The Mediterranean monk seal (Monachus monachus) is the rarest species of pinniped in the world. Necropsy of a Mediterranean monk seal pup that stranded alive on the southern Adriatic Italian coast and died a few hours later revealed co-infection by cetacean morbillivirus (CeMV) and Toxoplasma gondii. Pathological lesions included a multifocal, moderate to severe, necrotizing myocarditis and a diffuse, chronic, moderate interstitial pneumonia with bronchial and bronchiolar epithelial hyperplasia. Lesions of atypical necrotizing arteritis were seen in the aorta and major pulmonary arteries in association with the presence T. gondii organisms. Severe haemorrhagic foci and lesions of non-suppurative meningoencephalitis, together with the presence of protozoal cysts, were seen in the brain. Co-infection of CeMV and T. gondii has not been previously reported in monk seals. The vascular lesions found in this animal can be considered atypical because they have not been reported in other terrestrial or marine mammal species. The disseminated toxoplasmosis associated with the unusual vascular and haemorrhagic brain lesions could be related to the immunosuppressive effects of CeMV infection.

Atypical Toxoplasmosis in a Mediterranean Monk Seal (Monachus monachus) Pup

Mazzariol S.
Formal Analysis
;
Centelleghe C.
Writing – Original Draft Preparation
;
Marcer F.
Investigation
;
Di Guardo G.
Writing – Review & Editing
;
2021

Abstract

The Mediterranean monk seal (Monachus monachus) is the rarest species of pinniped in the world. Necropsy of a Mediterranean monk seal pup that stranded alive on the southern Adriatic Italian coast and died a few hours later revealed co-infection by cetacean morbillivirus (CeMV) and Toxoplasma gondii. Pathological lesions included a multifocal, moderate to severe, necrotizing myocarditis and a diffuse, chronic, moderate interstitial pneumonia with bronchial and bronchiolar epithelial hyperplasia. Lesions of atypical necrotizing arteritis were seen in the aorta and major pulmonary arteries in association with the presence T. gondii organisms. Severe haemorrhagic foci and lesions of non-suppurative meningoencephalitis, together with the presence of protozoal cysts, were seen in the brain. Co-infection of CeMV and T. gondii has not been previously reported in monk seals. The vascular lesions found in this animal can be considered atypical because they have not been reported in other terrestrial or marine mammal species. The disseminated toxoplasmosis associated with the unusual vascular and haemorrhagic brain lesions could be related to the immunosuppressive effects of CeMV infection.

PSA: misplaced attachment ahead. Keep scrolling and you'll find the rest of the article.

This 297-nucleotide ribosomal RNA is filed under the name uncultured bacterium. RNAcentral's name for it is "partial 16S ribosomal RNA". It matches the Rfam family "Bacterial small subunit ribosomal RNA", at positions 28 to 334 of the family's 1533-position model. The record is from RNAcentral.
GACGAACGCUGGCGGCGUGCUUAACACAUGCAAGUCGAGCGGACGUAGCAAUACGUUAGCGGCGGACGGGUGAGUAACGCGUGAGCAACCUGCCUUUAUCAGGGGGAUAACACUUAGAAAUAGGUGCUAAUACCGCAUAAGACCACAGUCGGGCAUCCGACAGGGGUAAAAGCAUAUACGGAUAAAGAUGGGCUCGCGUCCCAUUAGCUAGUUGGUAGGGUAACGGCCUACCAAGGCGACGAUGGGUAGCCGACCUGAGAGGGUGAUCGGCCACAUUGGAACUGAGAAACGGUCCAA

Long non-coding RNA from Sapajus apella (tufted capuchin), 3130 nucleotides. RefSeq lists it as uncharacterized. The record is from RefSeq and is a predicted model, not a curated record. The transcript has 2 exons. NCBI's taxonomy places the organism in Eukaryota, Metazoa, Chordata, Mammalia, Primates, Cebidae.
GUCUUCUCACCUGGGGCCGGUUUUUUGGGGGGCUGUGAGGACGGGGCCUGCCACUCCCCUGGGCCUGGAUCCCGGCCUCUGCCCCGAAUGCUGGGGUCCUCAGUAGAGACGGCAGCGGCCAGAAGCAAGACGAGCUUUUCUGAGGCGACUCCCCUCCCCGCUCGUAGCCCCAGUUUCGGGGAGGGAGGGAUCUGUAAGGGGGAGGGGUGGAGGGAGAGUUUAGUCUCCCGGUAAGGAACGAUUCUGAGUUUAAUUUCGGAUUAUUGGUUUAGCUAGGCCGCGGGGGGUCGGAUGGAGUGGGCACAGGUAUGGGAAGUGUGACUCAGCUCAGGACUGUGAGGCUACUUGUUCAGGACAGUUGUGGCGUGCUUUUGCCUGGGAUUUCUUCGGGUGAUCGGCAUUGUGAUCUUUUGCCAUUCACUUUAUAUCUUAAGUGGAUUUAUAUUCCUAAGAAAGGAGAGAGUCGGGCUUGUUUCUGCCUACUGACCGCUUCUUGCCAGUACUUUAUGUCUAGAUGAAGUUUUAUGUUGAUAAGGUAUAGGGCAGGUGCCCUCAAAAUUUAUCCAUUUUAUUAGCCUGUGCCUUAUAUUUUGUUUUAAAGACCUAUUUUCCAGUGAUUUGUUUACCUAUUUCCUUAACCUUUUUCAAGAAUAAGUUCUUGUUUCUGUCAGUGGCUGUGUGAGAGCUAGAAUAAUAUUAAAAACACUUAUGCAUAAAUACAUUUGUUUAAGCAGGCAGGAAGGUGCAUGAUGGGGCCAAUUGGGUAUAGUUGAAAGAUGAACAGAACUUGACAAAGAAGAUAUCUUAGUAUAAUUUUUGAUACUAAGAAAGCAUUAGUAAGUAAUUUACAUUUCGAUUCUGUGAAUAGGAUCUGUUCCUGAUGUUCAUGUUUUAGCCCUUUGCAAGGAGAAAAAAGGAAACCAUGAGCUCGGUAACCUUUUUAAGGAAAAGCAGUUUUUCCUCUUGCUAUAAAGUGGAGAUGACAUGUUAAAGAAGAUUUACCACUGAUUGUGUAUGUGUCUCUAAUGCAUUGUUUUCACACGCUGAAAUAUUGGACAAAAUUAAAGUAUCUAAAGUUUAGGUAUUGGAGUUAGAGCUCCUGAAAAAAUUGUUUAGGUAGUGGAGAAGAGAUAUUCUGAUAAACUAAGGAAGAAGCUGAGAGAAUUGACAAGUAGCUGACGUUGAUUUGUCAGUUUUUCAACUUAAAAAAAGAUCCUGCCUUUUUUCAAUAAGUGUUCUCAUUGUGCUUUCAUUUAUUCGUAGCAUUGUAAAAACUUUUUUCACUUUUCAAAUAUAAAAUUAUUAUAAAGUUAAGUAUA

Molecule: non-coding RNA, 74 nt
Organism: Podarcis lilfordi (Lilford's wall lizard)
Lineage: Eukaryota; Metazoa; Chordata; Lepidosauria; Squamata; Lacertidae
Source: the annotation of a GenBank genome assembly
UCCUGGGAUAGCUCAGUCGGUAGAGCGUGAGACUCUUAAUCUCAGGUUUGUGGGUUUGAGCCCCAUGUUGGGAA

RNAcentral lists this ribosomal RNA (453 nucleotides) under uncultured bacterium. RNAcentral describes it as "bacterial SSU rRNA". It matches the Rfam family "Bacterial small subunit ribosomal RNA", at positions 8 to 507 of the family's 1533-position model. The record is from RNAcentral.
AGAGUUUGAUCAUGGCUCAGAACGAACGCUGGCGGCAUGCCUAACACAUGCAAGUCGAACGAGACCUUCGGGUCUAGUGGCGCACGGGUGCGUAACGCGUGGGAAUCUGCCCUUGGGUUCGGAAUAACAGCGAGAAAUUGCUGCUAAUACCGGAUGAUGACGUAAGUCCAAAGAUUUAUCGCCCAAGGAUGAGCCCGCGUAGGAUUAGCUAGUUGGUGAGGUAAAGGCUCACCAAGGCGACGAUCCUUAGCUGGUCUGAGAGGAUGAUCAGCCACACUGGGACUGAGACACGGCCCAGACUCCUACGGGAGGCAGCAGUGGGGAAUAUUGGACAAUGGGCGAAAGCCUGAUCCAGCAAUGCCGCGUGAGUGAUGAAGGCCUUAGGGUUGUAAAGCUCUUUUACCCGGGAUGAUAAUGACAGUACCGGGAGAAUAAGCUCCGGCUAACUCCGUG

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Utilizza questo identificativo per citare o creare un link a questo documento: https://hdl.handle.net/11577/3392507
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